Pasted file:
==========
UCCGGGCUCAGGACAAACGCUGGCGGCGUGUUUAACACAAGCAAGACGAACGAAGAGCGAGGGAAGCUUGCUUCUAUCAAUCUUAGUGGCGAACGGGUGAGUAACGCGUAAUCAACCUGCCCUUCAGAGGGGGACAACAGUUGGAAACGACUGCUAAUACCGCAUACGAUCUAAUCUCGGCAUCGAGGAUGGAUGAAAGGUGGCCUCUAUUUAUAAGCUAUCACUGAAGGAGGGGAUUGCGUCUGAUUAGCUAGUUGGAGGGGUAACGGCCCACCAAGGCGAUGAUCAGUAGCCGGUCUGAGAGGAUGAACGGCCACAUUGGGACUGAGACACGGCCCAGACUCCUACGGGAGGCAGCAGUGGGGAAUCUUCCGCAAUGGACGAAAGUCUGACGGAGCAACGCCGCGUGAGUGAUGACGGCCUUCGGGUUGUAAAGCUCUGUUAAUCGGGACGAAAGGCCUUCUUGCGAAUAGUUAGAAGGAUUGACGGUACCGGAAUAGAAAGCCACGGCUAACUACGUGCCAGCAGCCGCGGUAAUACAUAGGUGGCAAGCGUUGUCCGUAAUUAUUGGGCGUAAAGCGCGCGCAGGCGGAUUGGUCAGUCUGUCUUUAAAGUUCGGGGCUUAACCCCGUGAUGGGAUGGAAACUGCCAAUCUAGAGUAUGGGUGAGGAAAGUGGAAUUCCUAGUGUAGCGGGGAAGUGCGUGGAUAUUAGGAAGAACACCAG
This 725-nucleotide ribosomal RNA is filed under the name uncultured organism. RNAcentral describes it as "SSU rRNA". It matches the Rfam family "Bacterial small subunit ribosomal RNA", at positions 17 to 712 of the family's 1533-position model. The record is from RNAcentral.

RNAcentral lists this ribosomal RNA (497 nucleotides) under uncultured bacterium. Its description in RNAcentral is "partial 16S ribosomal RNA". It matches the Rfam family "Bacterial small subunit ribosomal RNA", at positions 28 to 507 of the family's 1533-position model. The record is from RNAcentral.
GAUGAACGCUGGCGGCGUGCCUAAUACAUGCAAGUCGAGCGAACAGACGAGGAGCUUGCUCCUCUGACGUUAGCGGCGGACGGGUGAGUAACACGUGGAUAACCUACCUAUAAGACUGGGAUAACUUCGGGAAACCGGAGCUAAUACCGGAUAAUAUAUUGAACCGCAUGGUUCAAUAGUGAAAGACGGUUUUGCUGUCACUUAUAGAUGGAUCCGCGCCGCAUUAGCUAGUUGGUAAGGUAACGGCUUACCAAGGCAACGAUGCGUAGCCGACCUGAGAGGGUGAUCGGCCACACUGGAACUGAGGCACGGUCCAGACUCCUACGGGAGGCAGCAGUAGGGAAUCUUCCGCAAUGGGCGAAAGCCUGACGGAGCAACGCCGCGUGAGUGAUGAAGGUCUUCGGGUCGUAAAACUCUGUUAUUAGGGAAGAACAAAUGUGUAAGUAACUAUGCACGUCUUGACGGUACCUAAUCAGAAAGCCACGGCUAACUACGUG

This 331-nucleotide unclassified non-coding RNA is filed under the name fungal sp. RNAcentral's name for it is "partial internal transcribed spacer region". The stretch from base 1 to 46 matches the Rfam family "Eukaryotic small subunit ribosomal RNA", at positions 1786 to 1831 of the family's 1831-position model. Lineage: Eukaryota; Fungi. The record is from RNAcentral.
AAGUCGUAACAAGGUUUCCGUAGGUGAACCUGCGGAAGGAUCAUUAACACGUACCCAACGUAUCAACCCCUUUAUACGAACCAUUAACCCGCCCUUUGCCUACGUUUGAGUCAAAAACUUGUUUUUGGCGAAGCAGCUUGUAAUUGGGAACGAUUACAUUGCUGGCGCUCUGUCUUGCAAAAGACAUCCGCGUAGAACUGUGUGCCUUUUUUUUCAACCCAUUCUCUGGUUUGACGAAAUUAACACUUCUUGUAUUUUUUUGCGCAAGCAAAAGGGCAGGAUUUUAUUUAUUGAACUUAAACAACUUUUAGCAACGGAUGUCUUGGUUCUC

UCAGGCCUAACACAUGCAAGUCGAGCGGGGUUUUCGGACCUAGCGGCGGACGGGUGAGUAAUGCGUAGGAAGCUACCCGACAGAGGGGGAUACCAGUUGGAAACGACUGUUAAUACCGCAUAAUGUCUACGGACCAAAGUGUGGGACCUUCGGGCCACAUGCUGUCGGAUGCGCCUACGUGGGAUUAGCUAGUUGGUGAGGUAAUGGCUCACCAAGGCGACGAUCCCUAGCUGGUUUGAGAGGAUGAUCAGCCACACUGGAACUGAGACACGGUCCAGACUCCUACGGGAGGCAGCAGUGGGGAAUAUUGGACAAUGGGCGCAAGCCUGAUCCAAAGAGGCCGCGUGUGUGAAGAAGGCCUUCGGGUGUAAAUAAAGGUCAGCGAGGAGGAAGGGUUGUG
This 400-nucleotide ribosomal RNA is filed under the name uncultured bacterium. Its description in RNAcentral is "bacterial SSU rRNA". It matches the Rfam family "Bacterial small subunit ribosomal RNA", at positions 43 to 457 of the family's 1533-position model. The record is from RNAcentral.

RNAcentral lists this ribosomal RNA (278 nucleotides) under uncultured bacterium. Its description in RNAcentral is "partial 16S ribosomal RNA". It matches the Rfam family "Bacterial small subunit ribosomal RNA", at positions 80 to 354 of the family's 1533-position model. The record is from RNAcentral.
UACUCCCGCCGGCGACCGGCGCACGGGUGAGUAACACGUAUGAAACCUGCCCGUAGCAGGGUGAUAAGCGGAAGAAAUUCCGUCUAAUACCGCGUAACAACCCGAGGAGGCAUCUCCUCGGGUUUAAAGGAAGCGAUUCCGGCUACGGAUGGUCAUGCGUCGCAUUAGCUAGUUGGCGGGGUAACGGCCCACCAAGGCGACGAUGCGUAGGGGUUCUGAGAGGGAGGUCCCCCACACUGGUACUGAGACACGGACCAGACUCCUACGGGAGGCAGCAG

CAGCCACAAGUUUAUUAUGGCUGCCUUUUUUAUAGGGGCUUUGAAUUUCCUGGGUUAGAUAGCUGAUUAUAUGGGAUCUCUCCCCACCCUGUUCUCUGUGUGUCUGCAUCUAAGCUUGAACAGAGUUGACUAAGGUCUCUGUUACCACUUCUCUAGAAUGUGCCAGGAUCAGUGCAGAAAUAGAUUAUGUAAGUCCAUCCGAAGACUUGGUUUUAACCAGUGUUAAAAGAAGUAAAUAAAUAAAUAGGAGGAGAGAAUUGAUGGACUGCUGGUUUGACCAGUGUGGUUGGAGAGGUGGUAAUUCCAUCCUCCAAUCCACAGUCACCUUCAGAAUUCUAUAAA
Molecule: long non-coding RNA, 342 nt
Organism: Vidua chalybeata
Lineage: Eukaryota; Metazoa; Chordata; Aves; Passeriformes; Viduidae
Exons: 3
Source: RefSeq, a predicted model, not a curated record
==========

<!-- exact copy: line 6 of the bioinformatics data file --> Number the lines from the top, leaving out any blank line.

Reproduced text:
AAGUCGUAACAAGGUUUCCGUAGGUGAACCUGCGGAAGGAUCAUUAACACGUACCCAACGUAUCAACCCCUUUAUACGAACCAUUAACCCGCCCUUUGCCUACGUUUGAGUCAAAAACUUGUUUUUGGCGAAGCAGCUUGUAAUUGGGAACGAUUACAUUGCUGGCGCUCUGUCUUGCAAAAGACAUCCGCGUAGAACUGUGUGCCUUUUUUUUCAACCCAUUCUCUGGUUUGACGAAAUUAACACUUCUUGUAUUUUUUUGCGCAAGCAAAAGGGCAGGAUUUUAUUUAUUGAACUUAAACAACUUUUAGCAACGGAUGUCUUGGUUCUC